Culture consideration

M&A deals aren’t just paper-and-pen transactions

This month’s issue focuses on dealmaking — one of the most significant decisions a person can make regarding their company. It can’t be taken lightly and requires a clear head to execute successfully.

As we bring more focus on dealmaking through our Dealmakers email newsletter and digital publication, and through events such as this month’s ASPIRE Conference, we’ve had conversations with some of the area’s top dealmakers. One of the aspects of the deal that they commonly emphasize is the human element, whether that’s embodied in the person sitting across the negotiating table, or the employees who are the engine driving the business.

No doubt the financial factors are a major consideration. Dealmakers look at the industry and its opportunities, intellectual property, equipment, etc. But they also look at management, and equally as important, the company’s culture.

Buyers are walking the floors of the businesses they’re buying, meeting the people to better understand their strengths and attitudes, and whether and how well that culture will mesh with theirs.

In February, Aaron Grossman wrote a column for Dealmakers on how culture shapes the M&A strategy of his company, Alliance Solutions Group. In it, he wrote about Alliance’s plan to execute 29 transactions in the next decade.

“We have reviewed well over 100 companies since 2014, and we have only moved forward on three of them. Each of these acquisitions has been successful up to this point, and I firmly believe a strong alignment to culture has been the driving force behind each success story,” Grossman wrote. “As we continue to refine and improve our culture, we will continue to understand how to assess this in the diligence process. With a goal of becoming a billion-dollar company in the next 10 years, we know we have to be great at figuring this critical piece out.”

In the pages that follow, we highlight the advice of those who have been there and done that to understand how they see deals, what they believe is important, and what they do after the transaction to ensure the strength of the business.

Adam is interested in the people and businesses making a difference in Akron/Canton.

Why EBITDA matters in M&A

Business leaders are used to the scrutiny of audits, but that doesn’t compare to the fine-toothed comb of due diligence before a sale. A transaction team has a tighter scope, says Ross Vozar, managing director of Transaction Advisory Services at BDO USA, LLP.

EBITDA, or earnings before interest, taxes, depreciation and amortization, is a typical business metric. Generally speaking, the value of a company is a multiple of that EBITDA, based upon the industry you’re in. But buyers don’t want to pay for a non-recurring event and sellers don’t want to be penalized for a one-time expense.

“There needs to be clear expectations on both sides. When these aren’t identified upfront, it can slow down or kill a deal,” Vozar says. “There can be hard feelings, because one party feels like the other is hiding something.”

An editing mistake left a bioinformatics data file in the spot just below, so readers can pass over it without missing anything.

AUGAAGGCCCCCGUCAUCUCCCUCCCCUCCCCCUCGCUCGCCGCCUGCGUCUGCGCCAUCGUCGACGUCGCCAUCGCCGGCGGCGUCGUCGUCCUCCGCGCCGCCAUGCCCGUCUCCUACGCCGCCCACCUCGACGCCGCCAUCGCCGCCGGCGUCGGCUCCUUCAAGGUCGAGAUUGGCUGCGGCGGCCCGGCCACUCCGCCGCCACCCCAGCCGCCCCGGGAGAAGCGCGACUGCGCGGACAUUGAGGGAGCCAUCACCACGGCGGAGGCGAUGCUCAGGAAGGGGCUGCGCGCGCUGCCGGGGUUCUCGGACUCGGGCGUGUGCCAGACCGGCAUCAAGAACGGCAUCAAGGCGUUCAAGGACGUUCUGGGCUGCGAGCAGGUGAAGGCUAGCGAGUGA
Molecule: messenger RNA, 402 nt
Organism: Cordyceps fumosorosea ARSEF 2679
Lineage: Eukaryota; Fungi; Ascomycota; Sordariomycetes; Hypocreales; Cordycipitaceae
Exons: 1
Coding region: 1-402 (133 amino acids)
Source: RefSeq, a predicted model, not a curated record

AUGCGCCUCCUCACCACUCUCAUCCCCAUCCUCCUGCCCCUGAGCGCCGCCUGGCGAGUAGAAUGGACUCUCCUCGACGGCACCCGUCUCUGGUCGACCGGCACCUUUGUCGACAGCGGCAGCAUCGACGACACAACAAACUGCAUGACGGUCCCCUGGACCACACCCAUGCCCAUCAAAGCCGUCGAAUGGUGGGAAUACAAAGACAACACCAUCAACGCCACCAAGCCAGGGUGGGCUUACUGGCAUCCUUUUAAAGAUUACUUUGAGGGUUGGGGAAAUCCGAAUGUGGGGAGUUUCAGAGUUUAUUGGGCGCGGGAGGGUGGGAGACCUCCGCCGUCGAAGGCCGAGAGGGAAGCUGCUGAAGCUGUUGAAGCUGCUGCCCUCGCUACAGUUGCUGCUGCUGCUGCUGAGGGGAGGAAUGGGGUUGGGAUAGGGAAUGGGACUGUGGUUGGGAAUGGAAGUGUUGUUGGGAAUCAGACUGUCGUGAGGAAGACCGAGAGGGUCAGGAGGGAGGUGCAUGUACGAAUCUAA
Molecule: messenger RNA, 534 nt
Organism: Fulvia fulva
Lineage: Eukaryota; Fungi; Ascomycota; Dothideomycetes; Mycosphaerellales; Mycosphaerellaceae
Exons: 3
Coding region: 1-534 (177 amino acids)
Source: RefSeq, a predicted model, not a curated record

To avoid confusion, sellers are hiring transaction teams to get a credibly backed and true value on the business before they put the company on the market. This “sell-side quality of earnings” provides a clear understanding of sustainable earnings that supports valuation in a M&A process.

Smart Business spoke with Vozar about the difference between reported EBITDA and adjusted EBITDA and how it impacts value.

How might EBITDA change?

Let’s say a company that manufactures roofing products has an EBITDA of $10 million. The industry multiple is six times EBITDA, so the business owner expects the business to be worth $60 million. The owner settles on a buyer. However, during due diligence, the buyer performs a quality of earnings analysis on that $10 million EBITDA, which in part seeks to understand how the company earns that $60 million value — who are the customers and what is recurring and non-recurring income.

The year prior, several hurricanes hit the southeastern U.S. This company, which sells its roofing products through Home Depot, sees sales spike in that region. The quality of earning analysis determines $1 million of income isn’t sustainable; it’s from a non-recurring event when people replaced roofs. The EBITDA is adjusted from its reported number, and value drops to $54 million. The problem is that the seller expected to get $60 million.

What are other areas that commonly cause EBITDA to be adjusted during a transaction?

Depending on the size of the business, sometimes owner personal expenses are charged to the company. Sellers want to identity those because going forward the business will not incur those types of expenses, which will increase EBITDA.

Another item that will be missed in reported EBITDA are professional fees. For example, a $100,000 legal settlement was correctly reported, but the accompanying $25,000 in professional legal fees could be buried in another line item. Both expenses are non-recurring and can be taken out.

An area to watch is self-insurance reserves used for workers’ compensation and health insurance, which fluctuate. Certain large claims could be justified as non-recurring.